All posts tagged: women in events

In Conversation With Komal Gandhi: On Experiential Learning, Leadership Development and More

Last month I had a chance to meet with Komal Gandhi, an L&D Professional and Experiential Facilitator. An hour-long conversation at a Starbucks resulted in some fascinating insights on leadership development, organisational effectiveness and the direction in which professional learning is headed. Read on to find out how Komal is working on her passion and how experiential learning programs are finding great appeal in organisations across industries. The Start Of An Exciting Journey Komal, an alumna of MDI Gurgaon and Lady Shri Ram College, first started out in this field in 2004 in Delhi. It all began with outdoor and adventure-based learning. In 2012, she started Management by Arts in Mumbai. “I want to help businesses enhance the performance of their employees through arts-based learning solutions,” she says. Intrigued by her approach, I ask her how does art mix with business. “It’s about creativity and innovation. Management by Arts is a collaborative platform that brings together L&D and organisational development experts, filmmakers, artists and facilitators together to explore managerial learning through various art forms. My …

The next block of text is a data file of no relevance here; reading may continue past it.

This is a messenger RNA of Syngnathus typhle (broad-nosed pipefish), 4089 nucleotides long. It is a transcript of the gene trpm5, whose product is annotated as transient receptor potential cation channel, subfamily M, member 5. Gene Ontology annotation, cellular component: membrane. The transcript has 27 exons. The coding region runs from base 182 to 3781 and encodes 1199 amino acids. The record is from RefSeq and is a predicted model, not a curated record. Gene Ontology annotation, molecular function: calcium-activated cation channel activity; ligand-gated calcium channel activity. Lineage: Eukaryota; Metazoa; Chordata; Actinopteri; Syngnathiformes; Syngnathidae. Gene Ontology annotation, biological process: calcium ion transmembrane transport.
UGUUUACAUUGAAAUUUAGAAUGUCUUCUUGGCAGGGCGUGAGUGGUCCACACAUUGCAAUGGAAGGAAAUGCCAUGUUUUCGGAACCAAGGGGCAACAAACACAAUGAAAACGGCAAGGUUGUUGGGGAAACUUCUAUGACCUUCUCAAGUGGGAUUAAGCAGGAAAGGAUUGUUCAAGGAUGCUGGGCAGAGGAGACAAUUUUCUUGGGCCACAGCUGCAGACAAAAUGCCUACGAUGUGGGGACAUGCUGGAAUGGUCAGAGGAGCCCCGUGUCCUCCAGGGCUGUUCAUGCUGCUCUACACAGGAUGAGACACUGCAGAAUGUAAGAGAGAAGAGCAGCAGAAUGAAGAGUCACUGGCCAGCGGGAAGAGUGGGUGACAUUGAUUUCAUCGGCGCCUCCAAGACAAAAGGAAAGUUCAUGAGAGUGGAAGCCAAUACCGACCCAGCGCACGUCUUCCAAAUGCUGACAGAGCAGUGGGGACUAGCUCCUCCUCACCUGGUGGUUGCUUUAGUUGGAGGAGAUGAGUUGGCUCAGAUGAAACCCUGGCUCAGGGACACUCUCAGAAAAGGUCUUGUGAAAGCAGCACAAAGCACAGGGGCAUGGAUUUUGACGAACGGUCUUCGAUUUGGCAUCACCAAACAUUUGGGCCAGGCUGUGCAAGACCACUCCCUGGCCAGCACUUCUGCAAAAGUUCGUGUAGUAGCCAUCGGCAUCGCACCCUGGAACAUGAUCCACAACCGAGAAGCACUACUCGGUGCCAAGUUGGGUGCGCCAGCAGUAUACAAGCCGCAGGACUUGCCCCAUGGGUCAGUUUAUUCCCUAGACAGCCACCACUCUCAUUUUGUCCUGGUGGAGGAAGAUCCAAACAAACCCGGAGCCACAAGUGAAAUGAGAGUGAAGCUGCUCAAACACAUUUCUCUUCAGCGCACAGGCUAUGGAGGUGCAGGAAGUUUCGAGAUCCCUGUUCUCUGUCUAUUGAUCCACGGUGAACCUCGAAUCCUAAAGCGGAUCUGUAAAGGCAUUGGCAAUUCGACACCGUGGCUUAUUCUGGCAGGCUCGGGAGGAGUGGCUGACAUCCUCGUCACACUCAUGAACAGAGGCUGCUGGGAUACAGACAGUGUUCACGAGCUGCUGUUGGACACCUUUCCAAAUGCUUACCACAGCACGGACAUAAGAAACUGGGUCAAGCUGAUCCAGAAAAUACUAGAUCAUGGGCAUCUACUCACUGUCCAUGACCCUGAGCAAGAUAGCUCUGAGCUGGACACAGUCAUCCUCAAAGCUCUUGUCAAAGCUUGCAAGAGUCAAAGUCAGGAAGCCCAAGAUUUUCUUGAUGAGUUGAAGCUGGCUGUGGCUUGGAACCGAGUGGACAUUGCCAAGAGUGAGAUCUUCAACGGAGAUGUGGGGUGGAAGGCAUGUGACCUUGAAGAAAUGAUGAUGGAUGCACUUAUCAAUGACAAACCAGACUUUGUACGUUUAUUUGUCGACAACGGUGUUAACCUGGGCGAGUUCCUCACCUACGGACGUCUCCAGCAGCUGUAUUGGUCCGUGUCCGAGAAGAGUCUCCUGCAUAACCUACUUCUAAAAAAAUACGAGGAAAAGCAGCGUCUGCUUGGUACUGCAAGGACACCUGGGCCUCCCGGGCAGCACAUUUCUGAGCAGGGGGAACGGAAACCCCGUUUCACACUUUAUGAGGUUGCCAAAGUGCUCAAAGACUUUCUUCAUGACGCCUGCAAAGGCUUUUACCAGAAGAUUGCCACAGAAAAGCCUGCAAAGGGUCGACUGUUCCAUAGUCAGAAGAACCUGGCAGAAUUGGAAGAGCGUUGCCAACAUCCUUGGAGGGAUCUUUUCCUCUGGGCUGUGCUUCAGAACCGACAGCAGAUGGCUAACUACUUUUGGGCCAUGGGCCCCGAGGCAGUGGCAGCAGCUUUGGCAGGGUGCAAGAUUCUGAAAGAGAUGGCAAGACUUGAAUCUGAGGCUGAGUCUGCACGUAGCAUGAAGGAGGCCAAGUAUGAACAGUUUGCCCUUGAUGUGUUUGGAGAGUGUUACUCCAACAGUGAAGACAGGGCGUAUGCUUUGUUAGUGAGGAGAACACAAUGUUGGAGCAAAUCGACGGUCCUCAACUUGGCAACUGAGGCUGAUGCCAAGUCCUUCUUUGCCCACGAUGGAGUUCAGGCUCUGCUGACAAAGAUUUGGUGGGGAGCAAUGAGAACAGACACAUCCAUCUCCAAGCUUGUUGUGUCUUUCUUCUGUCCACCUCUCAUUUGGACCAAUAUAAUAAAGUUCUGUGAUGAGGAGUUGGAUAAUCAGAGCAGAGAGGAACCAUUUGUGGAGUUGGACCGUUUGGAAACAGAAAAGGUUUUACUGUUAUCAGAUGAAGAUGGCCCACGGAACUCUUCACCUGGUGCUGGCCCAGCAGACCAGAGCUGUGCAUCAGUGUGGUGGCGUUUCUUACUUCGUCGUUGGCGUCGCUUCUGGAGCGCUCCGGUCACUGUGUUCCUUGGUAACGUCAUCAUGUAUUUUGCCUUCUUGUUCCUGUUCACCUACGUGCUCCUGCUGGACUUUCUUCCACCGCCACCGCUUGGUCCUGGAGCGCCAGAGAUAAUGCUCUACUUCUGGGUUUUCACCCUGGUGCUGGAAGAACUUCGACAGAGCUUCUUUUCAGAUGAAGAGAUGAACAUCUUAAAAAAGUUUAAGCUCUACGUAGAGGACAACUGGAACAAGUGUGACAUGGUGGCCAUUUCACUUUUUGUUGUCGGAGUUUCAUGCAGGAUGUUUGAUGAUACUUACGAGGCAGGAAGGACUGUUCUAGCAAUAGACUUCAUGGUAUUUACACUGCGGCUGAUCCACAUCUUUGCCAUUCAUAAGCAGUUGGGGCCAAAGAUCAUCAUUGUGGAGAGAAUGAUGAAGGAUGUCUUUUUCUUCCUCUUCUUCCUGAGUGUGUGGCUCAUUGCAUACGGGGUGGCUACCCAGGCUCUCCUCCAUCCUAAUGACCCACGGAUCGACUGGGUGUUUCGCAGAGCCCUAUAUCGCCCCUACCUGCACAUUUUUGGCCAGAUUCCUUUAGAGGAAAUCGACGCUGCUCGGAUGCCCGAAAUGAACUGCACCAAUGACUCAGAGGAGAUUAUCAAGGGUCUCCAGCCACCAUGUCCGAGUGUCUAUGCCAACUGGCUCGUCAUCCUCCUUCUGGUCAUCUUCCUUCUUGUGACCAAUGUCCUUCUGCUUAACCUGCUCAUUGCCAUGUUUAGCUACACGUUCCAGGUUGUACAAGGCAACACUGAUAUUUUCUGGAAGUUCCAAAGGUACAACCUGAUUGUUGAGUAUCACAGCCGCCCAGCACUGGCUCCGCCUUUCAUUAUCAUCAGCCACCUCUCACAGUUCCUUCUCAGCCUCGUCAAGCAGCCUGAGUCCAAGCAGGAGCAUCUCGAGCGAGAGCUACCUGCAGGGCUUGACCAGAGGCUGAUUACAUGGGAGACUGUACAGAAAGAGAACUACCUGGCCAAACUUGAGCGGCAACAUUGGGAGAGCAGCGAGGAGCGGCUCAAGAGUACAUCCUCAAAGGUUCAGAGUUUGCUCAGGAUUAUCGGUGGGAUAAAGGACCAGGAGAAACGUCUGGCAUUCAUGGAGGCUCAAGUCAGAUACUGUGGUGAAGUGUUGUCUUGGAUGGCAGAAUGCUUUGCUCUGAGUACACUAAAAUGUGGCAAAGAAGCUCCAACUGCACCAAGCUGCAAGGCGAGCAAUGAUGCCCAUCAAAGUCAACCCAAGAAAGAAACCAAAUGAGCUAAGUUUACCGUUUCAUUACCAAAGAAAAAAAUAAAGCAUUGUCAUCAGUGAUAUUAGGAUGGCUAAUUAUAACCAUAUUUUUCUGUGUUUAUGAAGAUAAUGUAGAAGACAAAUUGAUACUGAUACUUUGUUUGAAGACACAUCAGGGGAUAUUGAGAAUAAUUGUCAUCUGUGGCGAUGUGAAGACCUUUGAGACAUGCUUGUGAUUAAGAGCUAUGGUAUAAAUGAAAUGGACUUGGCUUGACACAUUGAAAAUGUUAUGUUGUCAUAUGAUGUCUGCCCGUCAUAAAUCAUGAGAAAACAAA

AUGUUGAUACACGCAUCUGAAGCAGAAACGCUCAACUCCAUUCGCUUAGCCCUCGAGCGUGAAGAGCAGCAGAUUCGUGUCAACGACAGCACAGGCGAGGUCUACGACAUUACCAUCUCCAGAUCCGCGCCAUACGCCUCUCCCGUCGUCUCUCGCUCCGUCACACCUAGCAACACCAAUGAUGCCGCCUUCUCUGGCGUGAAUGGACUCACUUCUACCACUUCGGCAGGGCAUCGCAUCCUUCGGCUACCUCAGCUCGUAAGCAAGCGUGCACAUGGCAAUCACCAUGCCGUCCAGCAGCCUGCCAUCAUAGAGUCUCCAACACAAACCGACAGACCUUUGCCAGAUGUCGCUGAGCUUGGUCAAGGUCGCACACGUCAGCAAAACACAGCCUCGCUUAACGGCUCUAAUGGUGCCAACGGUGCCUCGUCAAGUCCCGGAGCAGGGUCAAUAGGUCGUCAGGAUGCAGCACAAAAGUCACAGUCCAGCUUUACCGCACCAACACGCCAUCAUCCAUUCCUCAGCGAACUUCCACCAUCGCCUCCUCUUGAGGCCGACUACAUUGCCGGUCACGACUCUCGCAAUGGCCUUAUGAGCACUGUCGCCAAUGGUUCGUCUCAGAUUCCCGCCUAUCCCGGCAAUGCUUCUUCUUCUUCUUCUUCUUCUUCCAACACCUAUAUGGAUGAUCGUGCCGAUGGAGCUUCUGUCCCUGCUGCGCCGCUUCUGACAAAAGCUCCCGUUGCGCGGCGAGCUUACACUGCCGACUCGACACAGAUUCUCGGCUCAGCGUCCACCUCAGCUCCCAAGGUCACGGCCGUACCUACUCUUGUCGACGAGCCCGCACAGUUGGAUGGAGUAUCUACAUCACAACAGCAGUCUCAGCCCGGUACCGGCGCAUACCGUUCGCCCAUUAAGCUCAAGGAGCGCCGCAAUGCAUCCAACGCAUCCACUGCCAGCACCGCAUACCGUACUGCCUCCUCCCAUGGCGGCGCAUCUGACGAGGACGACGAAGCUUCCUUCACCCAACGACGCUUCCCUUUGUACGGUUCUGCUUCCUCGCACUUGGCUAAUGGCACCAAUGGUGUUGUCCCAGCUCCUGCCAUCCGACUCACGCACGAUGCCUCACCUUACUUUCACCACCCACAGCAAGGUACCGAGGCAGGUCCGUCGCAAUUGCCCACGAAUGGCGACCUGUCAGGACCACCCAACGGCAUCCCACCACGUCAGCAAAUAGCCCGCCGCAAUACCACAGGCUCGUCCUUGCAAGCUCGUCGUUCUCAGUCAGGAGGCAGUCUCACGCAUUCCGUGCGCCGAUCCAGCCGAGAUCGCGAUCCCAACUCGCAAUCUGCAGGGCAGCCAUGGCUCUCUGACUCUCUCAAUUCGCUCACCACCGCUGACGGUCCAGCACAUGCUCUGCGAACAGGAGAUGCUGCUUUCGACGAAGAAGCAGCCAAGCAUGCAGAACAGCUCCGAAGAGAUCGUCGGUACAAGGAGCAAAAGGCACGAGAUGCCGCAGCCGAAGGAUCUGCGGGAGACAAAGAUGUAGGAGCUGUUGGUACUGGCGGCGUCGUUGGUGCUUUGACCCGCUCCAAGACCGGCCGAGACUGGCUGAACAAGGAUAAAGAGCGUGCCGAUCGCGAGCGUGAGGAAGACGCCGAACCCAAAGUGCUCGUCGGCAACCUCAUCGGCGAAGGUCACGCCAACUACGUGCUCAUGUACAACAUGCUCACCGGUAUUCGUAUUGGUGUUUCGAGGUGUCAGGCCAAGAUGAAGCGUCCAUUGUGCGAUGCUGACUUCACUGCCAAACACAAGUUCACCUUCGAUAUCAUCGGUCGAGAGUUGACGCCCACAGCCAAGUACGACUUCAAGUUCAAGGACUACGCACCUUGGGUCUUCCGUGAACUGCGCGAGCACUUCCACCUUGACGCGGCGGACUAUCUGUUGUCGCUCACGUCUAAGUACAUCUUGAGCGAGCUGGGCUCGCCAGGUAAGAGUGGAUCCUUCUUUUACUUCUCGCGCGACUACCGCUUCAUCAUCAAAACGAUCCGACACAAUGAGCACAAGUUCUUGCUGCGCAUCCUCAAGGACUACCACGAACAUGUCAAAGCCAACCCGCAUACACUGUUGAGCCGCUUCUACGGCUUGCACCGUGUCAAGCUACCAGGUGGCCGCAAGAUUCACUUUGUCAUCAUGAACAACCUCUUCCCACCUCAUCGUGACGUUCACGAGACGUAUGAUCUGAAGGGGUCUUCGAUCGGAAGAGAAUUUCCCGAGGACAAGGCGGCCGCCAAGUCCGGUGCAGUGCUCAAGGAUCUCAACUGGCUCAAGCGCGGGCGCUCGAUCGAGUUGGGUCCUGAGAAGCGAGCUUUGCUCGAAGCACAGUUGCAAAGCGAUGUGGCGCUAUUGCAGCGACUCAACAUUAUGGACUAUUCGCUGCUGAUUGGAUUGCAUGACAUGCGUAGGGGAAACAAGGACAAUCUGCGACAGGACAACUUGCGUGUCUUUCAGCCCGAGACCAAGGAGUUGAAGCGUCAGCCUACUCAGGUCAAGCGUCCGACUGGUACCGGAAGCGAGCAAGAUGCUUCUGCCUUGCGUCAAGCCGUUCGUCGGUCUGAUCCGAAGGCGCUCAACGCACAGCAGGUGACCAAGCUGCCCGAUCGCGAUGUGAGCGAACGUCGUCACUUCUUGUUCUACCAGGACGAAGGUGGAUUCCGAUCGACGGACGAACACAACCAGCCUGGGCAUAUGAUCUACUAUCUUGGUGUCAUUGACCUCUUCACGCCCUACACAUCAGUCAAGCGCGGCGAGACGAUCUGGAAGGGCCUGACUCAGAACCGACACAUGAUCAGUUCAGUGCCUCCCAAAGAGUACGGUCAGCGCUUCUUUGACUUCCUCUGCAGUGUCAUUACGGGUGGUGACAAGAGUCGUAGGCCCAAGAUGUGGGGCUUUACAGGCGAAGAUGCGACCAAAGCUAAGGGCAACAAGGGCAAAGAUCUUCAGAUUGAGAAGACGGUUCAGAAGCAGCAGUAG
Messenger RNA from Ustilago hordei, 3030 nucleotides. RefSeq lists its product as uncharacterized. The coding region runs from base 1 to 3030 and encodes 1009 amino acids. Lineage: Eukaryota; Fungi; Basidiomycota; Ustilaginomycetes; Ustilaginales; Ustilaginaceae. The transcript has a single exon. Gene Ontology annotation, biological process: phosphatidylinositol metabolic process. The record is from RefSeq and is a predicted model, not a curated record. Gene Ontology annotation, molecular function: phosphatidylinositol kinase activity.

Rewards and Incentives for Women at the Workplace

This piece, written by one of our close friends, seeks to understand what it is like being a woman attendee in events and programs, that are almost always designed, perhaps unconsciously, for men. Rewards Only for Men “I don’t want to outperform ever” I am sure that’s not the response organizations expect from their top performers. But if a top performer happens to be a woman, it might not be that surprising. “I was rewarded for my performance once with a trip to Thailand. I had a horrible time.” She said in a tone of absolute disappointment and disgust. Even though the location was selected and the schedule was designed with a clear intent to ‘reward employees’, it didn’t feel like a reward to her. The trip included a series of events designed for high testosterone misogynistic men – strip clubs, massages with a happy ending and ‘special’ shows. She was the only woman in a group of almost 70 men, mainly sales and marketing teams including her seniors. Even they were uncomfortable with her …